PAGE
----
River restoration and biodiversity

Rivers are important habitats for a large variety of animals and plants. Fish, amphibians, birds, insects, invertebrates, and reptiles live in rivers, or find their food there. Rivers play a vital role in connecting habitats, and their value to plants and animals extends far beyond the surface area they cover. This habitat connectivity role functions both between upstream and downstream areas, and by connecting both sides of river banks. This necessitates an approach to management that looks at the river basin as a whole rather than just taking into account the river itself.

Restoring natural functions

Aquatic biodiversity can only thrive in irregularly shaped river beds and river banks, where fish, amphibians and insects can hide from predators. Fish life and other aquatic flora and fauna need natural (ground)water flows within river banks and connectivity of habitats within the wider surroundings for their survival. Natural water flows also promote biological purification processes that contribute to cleaner water. This is important both for human use and for wildlife.

River restoration contributes to biodiversity by restoring ecosystems and ecosystem processes that are heavily modified. Physical restoration works include re-meandering (i.e. bringing back the curves of a natural river), creating green-natural river banks where previously banks were encased in concrete, and fish passes that enable the migration of fish past sluices, dams, and other obstacles.

Climate change adaptation

Climate change may impact aquatic biodiversity by reducing flows, increasing periods of drought and flood events, and warming rivers. River restoration can help support the adaptation of biodiversity in several ways, including: upstream wetland restoration and managed realignment to help increase water storage, planting of riparian trees in order to provide shade and reduce water temperature, and the removal of obstructions to increase connectivity and open up upstream or downstream habitat for migratory fish.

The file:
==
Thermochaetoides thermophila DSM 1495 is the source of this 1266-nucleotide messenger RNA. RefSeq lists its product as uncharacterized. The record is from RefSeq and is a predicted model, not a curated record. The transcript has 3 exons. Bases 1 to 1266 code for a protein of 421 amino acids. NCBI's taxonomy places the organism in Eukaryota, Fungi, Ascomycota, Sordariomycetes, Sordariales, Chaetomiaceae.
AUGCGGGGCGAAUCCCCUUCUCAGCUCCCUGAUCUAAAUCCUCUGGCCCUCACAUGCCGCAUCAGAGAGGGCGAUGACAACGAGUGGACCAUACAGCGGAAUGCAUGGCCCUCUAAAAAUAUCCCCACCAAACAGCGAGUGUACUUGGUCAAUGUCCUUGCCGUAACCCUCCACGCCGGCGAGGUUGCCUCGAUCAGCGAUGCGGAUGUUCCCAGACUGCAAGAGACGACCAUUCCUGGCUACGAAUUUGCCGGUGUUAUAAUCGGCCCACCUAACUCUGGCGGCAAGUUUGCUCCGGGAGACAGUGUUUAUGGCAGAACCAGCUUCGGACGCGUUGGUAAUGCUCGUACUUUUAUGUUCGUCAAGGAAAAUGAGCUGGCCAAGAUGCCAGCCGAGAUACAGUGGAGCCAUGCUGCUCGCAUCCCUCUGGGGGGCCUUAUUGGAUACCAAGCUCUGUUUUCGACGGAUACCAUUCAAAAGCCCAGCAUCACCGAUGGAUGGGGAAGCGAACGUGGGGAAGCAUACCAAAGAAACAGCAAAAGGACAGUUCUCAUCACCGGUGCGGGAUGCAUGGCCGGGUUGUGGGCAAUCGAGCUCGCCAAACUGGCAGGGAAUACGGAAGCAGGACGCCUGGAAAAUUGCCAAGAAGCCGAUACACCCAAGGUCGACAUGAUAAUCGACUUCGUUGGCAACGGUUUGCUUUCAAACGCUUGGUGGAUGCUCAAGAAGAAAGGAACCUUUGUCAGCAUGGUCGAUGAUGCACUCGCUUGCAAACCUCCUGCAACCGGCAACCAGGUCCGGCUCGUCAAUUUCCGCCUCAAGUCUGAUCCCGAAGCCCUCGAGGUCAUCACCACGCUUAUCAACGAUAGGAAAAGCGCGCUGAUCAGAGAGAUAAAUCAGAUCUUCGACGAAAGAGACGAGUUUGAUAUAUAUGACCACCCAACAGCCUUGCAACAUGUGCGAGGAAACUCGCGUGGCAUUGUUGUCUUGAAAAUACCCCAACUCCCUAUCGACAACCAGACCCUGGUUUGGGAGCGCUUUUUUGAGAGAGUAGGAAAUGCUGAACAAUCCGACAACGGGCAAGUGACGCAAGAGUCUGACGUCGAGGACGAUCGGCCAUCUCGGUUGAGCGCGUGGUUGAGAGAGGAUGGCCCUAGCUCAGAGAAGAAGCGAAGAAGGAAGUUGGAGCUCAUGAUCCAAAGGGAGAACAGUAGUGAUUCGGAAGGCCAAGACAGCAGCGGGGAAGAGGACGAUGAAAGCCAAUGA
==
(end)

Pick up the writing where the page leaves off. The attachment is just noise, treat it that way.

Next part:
Moreover, through its contributions to maintaining and improving conditions for biodiversity, river restoration can be a powerful tool for achieving the objectives of the Habitats and Birds Directives, and the Water Framework Directive.

Featured Case


The river foreland Vreugderijkerwaard (on the IJssel river, near Zwolle, The Netherlands) has unique biodiversity, and is now considered one of the most valuable floodplains in the Netherlands.

The area was once affected by human activities such as navigation and silt removal, but now a restoration project managed to reduce flood risk whilst improving conditions for nature and navigation at the same time. The area is now again home to rare species of waterplants, including loddon pondweed and claspingleaf pondweed. In the wintertime thousands of white-fronted geese visit the area, and stilts such as plovers and ruff live here almost year round. Other local birds include the avocet, tern and brown kite.


From 1999 until 2003, a joint project between (a.o.) the Ministry of Nature, Rijkswaterstaat, local governments and Natuurmonumenten ran to improve conditions for this important floodplain. The main measures taken were the digging out a side channel of about 2 km long and reconnecting the bypass with the main river IJssel. The involvement of different levels of government ensured that various interests were represented adequately in this project.

Apart from the hydraulic requirements needed for more discharge capacity during peak conditions to prevent high water levels, enhancing the quality of wetlands and natural floodplains was one of the main objectives. Restoration of specific habitats for aquatic and (semi) terrestrial species of flora and fauna was a specific goal.

Galloway cattle and horses have been introduced in the area for vegetation management. These make sure that tree and shrub growth is kept within bounds, so the landscape maintains its open character. This is beneficial for the particular species that occur here, but also allows for high levels of excess water discharge, which serves flood management objectives.

Recent monitoring of the results showed an increase of rare submerged plants that are characteristic for streaming lowland rivers. Also, the value of the area for birds has been improved by the project. You can find more information about the Vreugderijkerwaard on the RESTORE River Wiki.